Guess who’s super tired today? Me. Ohmigod it’s ME. And I’ve been dog-sitting the sweetest little pup – we’ve been having a great time and everything – but dang. Waking up exhausted and immediately getting dressed and then aimlessly walking around the neighborhood is a DRAG. I don’t know how people do it in the winter. P.S. Heather, I’m not dog-sitting in the winter. But this puppy is so darn sweet, and the early morning walks are probably good for me. Anyway, what does this have to do with the rug, Veronica? Seriously, I haven’t a clue. Let’s get to it, shall we?
Before, this was just a regular ol’ beige rag rug, discolored in parts by water leakage and all around boring and lame. Now it is a super cool, distressed, Moroccan-style area rug, and the transformation cost $15. FIFTEEN. DOLLARS. Dean and I were first inspired by this tutorial that Justin found on Apartment Therapy – stamping a rug with a rubber welcome mat – but we couldn’t find any decent rubber mats and we were under serious time constraints. So instead . . . we used an iron plant stand. Yes, that’s right, a muther flipping PLANT STAND!
– Rug (mine is a cheap-o rag rug from Target or World Market or something)
– Plant stand (purchased at Joann Fabrics and the wheels on the bottom make great “handles”)
– Paint (our 8oz sample of Behr Ultra Flat wall paint in “Midnight Dream” was perfect)
– Accent paint (we used gold purchased at the hardware store)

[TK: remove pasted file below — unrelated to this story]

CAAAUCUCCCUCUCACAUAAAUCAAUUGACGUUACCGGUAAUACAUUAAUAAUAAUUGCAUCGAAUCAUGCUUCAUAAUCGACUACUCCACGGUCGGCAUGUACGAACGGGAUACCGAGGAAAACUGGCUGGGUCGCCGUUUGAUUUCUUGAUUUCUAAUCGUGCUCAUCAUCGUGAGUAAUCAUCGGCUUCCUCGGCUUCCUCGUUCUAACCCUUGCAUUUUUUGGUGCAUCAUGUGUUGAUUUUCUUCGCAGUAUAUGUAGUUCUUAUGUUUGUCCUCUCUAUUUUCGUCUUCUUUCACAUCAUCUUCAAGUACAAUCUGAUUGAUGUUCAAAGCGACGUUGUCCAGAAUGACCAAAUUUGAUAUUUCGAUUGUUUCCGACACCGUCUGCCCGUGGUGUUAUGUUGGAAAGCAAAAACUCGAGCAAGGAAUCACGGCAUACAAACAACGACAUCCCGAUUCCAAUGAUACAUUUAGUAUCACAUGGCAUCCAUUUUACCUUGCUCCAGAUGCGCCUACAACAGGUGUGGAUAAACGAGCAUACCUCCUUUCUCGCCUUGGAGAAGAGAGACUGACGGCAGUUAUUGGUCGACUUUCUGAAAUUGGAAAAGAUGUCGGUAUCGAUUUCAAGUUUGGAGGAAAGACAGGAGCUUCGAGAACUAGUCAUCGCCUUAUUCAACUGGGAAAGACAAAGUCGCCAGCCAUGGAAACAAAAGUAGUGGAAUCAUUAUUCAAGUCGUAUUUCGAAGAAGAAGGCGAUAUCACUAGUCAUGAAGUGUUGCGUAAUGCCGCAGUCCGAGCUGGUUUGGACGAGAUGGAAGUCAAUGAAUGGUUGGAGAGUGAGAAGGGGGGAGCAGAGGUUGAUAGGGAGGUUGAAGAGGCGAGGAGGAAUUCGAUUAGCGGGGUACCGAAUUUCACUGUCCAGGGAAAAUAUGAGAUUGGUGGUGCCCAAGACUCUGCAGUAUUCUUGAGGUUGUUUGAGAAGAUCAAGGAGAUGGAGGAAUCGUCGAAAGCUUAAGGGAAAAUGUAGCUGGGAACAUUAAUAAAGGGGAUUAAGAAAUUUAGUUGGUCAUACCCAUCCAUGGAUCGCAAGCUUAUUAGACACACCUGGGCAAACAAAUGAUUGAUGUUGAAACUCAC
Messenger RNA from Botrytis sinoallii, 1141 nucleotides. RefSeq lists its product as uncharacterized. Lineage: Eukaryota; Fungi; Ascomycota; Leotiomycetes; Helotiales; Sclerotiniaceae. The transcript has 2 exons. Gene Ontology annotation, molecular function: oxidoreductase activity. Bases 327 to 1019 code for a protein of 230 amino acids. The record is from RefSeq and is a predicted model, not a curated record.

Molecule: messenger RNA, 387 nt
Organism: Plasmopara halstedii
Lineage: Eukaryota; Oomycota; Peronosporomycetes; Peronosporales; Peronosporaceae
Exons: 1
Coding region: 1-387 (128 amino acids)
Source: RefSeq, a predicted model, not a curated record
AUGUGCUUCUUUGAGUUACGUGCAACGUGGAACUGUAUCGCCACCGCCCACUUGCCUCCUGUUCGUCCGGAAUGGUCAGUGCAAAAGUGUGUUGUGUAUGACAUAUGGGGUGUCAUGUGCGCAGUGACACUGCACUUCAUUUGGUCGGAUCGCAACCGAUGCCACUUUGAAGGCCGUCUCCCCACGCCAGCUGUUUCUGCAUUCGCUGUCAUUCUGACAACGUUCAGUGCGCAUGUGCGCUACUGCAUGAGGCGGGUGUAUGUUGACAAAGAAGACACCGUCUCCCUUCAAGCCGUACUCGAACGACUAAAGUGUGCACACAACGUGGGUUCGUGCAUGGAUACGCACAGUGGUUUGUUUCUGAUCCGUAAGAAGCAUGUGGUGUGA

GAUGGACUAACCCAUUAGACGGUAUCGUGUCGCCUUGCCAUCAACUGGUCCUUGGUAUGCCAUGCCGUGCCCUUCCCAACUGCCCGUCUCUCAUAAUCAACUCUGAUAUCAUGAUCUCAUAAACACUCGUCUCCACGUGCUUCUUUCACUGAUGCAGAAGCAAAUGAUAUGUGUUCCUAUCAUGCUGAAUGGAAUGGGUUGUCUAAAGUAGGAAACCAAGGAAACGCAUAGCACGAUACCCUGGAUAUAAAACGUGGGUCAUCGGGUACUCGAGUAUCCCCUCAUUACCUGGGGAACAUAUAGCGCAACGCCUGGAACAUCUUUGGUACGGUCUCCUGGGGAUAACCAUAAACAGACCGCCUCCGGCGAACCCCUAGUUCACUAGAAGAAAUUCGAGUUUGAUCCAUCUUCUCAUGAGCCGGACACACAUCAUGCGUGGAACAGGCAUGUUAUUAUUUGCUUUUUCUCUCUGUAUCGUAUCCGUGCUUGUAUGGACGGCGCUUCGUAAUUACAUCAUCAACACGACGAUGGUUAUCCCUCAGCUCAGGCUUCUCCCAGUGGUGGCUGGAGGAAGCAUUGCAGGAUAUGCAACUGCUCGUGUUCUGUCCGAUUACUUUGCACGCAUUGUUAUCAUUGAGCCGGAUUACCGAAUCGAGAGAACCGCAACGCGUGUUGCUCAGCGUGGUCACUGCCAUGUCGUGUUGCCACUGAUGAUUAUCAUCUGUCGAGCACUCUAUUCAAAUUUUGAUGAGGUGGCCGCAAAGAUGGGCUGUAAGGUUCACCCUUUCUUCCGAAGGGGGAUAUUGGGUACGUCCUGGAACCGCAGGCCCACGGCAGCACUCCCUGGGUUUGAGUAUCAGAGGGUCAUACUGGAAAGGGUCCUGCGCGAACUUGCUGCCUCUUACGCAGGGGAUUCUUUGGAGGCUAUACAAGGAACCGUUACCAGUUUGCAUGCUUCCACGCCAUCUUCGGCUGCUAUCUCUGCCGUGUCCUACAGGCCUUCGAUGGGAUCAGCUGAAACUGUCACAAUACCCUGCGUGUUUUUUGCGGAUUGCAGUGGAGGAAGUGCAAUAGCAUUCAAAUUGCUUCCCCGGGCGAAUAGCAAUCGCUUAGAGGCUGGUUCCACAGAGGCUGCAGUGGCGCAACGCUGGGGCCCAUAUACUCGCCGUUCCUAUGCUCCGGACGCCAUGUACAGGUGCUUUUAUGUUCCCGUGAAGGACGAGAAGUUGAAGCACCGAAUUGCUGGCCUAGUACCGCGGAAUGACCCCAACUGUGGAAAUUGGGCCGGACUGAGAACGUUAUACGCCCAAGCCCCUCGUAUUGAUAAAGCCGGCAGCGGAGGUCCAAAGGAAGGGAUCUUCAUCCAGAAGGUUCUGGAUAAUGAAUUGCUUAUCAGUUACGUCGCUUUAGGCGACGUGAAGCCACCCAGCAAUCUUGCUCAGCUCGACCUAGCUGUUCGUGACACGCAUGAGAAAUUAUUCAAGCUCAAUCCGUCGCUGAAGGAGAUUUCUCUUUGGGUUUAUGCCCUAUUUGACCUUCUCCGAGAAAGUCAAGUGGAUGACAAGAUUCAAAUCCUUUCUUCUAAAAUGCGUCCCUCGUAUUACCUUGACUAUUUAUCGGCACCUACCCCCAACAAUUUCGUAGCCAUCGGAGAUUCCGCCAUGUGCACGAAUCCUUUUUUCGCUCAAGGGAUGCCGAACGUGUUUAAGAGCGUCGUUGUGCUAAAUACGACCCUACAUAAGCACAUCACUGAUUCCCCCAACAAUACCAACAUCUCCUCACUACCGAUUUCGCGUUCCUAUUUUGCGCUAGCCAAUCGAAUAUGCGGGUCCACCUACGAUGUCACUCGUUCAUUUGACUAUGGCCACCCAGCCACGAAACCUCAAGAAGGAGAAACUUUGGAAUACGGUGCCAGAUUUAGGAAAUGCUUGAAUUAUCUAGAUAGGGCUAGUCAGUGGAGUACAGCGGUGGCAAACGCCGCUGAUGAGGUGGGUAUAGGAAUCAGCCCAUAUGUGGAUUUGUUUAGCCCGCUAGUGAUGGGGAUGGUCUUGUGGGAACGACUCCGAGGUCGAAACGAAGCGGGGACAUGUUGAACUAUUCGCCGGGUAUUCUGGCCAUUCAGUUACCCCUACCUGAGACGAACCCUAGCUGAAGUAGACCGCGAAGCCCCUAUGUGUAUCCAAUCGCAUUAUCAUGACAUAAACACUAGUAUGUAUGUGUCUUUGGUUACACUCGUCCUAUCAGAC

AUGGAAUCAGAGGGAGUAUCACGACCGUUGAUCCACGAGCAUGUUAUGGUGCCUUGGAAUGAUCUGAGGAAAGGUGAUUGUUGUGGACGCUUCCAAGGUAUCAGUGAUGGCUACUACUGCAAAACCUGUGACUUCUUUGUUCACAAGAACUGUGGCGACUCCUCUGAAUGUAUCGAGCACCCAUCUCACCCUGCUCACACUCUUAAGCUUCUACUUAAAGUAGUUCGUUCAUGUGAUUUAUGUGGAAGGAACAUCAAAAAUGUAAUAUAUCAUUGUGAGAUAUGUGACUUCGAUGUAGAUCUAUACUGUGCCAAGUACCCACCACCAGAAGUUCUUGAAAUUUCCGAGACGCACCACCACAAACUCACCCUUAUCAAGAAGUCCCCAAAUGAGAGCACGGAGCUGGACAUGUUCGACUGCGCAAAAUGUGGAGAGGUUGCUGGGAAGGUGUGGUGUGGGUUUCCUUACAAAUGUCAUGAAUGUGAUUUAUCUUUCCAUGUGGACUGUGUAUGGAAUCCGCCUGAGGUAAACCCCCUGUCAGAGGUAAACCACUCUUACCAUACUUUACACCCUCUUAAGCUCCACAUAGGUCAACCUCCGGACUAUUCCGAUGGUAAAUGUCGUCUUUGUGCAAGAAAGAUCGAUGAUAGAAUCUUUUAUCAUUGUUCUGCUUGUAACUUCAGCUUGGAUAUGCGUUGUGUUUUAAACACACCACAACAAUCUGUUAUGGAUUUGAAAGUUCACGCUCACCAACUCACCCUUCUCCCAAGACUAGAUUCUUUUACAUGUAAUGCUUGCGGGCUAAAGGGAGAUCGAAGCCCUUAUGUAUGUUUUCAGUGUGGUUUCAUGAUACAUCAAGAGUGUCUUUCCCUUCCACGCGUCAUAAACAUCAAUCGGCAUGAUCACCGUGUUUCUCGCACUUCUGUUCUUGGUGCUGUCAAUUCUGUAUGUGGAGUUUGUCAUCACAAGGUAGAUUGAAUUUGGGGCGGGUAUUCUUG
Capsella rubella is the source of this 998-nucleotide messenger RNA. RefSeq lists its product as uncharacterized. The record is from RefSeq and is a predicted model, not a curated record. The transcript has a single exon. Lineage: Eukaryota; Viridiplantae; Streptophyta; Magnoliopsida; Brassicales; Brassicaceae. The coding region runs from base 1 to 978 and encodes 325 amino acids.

– Foam brush
– Tape Measure
– Drop cloth
Begin by marking the center of your rug and then decide on a pattern – marking where each stamp will land. Use your foam brush to apply a generous layer of paint onto the plant stand and, beginning with your center mark, press the stand (paint-side-down) onto the rug. Be sure to press down for a moment to allow the paint to seep into the rug (laying a drop cloth underneath the rug will protect from any major seepage, although I didn’t have that problem). Apply a fresh layer of paint to the stand for each stamp and move out from your center mark, covering the entire rug. The stamps will not be exactly the same, nor will they be perfect – it’s the imperfections that give the rug that faded, rustic charm. After the first layer has mostly dried, you can begin to layer the pattern. I stamped a random pattern using gold to add some dimension.
This project is EXTREMELY MESSY, by the way. Your hands will be completely covered in paint, but wall paint washes right off, so who cares? Enjoy it. And seriously, isn’t it worth a bit of mess? I’m completely in love with this project. And you don’t have to limit yourself to rugs – you can stamp anything. Drapes would be super awesome. And so would an over-sized canvas for some serious wall art. Go forth, my friends, and do this project.